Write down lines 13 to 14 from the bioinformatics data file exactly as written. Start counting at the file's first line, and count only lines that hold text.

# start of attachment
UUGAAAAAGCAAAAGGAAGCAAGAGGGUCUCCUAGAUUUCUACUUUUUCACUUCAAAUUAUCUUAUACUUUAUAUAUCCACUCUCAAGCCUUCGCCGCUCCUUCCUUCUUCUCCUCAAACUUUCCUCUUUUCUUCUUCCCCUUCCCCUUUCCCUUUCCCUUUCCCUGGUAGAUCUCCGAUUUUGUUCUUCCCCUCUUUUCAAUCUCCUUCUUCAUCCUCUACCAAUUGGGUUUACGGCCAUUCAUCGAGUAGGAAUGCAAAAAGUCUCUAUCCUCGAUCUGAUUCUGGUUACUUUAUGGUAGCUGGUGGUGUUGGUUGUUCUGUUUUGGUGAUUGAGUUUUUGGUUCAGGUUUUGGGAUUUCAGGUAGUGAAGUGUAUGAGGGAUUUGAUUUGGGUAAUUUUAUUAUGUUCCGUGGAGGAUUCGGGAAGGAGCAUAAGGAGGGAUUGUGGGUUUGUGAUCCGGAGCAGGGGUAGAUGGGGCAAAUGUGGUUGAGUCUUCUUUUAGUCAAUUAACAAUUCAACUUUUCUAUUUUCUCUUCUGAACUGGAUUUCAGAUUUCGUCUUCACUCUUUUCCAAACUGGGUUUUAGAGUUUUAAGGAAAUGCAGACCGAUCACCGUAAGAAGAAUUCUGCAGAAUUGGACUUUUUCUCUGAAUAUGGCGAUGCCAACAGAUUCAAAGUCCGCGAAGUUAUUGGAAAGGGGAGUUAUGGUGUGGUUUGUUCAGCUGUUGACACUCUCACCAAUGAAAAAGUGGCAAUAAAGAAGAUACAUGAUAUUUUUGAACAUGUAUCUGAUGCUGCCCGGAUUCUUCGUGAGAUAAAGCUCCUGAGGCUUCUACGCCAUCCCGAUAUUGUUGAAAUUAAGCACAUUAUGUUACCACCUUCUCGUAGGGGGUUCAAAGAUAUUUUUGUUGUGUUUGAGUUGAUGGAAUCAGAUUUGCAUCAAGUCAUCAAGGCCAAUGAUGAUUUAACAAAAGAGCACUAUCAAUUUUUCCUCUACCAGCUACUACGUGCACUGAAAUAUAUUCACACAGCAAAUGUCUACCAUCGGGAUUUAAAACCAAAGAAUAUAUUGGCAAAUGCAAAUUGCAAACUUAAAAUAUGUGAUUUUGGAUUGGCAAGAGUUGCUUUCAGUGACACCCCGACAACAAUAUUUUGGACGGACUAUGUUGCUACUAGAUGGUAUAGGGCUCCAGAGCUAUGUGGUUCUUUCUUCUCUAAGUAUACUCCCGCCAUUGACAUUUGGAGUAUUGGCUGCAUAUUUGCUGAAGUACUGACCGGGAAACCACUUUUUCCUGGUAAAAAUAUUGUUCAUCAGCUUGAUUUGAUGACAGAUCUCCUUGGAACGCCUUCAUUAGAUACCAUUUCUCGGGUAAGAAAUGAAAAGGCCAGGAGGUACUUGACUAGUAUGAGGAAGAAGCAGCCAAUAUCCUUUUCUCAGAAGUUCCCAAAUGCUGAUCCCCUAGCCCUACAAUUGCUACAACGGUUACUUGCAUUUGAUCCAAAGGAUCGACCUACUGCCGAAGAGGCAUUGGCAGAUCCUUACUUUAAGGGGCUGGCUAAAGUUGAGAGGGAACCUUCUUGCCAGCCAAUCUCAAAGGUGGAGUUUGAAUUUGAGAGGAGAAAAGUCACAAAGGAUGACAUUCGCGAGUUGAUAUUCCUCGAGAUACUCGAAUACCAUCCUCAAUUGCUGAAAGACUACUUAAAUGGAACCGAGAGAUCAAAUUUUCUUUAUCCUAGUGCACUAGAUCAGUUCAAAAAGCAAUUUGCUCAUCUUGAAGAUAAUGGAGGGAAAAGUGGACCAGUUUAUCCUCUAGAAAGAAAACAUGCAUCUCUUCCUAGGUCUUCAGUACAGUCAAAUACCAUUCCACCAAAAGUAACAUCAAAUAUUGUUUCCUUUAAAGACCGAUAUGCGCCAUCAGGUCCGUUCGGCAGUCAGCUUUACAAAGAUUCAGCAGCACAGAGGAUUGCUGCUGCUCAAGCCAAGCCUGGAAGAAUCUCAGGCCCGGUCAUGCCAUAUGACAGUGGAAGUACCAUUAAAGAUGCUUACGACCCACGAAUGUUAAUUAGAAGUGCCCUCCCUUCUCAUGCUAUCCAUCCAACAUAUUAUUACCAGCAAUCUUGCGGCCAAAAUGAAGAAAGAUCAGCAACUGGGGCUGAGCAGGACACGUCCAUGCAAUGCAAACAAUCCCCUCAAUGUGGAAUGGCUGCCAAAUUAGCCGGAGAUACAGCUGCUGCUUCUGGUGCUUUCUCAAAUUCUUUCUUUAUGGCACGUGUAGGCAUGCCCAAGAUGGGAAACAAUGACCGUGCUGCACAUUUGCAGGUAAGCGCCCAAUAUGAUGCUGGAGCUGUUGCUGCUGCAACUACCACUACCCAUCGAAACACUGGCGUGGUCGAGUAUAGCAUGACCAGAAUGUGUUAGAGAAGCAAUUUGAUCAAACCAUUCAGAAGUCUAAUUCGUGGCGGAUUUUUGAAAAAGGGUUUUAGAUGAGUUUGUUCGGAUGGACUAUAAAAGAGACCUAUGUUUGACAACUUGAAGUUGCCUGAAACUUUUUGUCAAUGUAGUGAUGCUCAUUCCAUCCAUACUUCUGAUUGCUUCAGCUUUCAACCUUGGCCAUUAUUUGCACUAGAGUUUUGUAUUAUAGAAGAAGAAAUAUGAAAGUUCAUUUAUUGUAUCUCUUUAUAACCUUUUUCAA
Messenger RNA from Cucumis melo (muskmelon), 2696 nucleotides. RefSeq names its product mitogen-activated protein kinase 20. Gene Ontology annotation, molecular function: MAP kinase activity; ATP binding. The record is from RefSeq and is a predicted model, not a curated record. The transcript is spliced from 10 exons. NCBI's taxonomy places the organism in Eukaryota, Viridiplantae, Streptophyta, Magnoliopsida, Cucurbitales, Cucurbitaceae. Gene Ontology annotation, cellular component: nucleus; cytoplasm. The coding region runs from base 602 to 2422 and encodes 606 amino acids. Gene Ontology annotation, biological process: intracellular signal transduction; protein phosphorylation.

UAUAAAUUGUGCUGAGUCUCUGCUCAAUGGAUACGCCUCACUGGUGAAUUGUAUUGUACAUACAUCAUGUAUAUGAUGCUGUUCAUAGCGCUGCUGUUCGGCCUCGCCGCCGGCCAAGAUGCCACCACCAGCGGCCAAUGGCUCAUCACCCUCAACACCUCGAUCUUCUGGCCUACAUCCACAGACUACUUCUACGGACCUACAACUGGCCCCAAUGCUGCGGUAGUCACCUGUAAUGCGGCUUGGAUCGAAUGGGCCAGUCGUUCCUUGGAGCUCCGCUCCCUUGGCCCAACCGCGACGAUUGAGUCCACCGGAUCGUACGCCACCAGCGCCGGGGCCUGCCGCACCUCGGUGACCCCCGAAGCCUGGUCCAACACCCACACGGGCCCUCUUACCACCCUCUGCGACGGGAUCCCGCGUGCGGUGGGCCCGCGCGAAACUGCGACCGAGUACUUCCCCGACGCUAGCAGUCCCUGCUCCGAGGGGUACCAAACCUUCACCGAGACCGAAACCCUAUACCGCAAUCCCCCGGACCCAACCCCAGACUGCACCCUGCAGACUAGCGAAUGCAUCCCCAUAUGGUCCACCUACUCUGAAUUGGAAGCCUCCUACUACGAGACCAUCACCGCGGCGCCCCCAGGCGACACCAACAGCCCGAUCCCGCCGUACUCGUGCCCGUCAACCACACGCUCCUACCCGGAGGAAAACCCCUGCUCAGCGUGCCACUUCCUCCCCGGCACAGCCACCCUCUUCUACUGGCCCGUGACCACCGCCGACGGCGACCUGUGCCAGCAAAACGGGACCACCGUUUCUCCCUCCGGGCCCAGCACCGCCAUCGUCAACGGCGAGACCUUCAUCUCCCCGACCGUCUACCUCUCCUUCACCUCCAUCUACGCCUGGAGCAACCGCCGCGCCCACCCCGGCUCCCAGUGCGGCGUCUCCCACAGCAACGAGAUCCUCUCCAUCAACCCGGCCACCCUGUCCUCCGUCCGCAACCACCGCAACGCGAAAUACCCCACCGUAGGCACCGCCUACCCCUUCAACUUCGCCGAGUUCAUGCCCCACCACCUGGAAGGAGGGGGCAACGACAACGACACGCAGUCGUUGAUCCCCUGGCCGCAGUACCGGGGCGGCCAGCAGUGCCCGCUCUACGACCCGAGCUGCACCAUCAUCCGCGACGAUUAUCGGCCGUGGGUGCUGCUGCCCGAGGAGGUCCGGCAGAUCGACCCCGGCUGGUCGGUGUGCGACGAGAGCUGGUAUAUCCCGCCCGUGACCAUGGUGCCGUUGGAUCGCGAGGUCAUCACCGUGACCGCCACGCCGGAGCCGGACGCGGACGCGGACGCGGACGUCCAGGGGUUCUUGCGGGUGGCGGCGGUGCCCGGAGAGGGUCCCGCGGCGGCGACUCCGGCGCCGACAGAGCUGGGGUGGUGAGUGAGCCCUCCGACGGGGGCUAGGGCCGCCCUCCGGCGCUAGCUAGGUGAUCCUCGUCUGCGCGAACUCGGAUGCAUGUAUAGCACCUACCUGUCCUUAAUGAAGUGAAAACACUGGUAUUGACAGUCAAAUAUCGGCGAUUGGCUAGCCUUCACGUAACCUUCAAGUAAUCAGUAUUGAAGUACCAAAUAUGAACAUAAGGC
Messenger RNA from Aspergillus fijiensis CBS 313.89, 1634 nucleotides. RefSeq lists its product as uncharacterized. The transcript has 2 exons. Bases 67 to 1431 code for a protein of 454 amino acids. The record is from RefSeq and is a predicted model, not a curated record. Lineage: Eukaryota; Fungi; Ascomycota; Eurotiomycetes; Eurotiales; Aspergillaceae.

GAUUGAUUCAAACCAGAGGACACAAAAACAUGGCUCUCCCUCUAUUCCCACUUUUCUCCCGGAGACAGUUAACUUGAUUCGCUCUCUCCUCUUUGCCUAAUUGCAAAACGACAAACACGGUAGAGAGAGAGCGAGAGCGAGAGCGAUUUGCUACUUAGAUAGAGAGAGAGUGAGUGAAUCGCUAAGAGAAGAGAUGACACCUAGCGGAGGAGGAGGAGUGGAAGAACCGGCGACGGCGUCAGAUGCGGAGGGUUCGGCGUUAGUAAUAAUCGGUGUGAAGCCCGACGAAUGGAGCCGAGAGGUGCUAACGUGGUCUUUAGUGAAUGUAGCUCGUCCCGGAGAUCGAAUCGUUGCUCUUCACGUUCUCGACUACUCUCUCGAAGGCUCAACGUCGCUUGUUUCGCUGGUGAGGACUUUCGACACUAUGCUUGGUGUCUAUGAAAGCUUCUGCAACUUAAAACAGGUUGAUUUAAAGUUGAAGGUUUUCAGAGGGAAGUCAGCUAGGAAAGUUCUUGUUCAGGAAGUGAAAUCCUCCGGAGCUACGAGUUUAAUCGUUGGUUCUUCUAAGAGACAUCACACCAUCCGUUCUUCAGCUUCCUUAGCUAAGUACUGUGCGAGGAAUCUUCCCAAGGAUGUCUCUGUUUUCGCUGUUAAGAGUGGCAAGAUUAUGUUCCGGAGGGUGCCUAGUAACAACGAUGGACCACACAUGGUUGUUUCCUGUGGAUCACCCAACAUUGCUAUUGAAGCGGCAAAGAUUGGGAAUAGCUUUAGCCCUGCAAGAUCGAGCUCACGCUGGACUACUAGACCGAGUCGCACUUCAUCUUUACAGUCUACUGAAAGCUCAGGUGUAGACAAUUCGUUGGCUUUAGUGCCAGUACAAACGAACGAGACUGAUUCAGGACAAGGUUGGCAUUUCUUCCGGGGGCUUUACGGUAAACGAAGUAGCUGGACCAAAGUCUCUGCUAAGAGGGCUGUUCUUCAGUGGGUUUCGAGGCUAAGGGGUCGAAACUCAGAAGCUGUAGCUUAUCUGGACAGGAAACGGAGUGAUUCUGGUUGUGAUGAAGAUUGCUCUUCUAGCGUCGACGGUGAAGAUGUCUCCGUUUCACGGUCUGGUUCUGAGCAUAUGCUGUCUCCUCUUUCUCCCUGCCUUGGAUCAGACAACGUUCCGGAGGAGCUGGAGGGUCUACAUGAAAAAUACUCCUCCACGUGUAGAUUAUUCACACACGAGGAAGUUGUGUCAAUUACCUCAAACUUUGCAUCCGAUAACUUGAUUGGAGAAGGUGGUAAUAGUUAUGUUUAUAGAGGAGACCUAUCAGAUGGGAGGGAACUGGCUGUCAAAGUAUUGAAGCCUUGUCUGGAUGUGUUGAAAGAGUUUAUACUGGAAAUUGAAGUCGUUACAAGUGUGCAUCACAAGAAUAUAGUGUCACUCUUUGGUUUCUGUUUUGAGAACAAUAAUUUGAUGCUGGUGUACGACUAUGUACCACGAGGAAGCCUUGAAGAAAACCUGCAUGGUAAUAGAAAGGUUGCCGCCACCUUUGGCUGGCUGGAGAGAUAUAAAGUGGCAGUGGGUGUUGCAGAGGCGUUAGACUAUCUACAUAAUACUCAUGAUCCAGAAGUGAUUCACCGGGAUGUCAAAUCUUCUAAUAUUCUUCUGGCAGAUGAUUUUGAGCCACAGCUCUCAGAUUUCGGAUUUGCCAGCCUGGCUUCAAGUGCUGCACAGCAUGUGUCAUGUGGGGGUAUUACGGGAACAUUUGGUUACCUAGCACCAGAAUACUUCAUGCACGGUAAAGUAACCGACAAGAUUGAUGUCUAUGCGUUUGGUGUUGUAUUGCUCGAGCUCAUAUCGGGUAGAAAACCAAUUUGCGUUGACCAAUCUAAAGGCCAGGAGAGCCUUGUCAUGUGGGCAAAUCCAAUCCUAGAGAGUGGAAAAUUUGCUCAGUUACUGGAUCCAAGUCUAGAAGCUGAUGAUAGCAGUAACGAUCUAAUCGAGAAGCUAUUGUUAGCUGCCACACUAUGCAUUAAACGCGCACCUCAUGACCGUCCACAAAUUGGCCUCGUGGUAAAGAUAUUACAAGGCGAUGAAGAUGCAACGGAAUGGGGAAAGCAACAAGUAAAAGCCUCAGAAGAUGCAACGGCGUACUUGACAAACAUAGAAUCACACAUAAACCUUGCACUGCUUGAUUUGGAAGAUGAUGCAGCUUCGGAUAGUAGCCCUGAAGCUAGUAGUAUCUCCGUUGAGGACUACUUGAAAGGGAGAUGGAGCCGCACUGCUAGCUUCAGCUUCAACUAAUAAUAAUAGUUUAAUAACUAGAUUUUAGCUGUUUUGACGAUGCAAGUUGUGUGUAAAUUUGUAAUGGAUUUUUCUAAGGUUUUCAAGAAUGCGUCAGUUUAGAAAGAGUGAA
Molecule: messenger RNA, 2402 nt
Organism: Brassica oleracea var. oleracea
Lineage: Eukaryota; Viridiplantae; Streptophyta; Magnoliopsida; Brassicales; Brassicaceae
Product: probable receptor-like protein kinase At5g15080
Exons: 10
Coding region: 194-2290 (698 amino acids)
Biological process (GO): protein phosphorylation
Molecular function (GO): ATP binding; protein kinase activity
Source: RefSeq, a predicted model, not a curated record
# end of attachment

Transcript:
Molecular function (GO): ATP binding; protein kinase activity
Source: RefSeq, a predicted model, not a curated record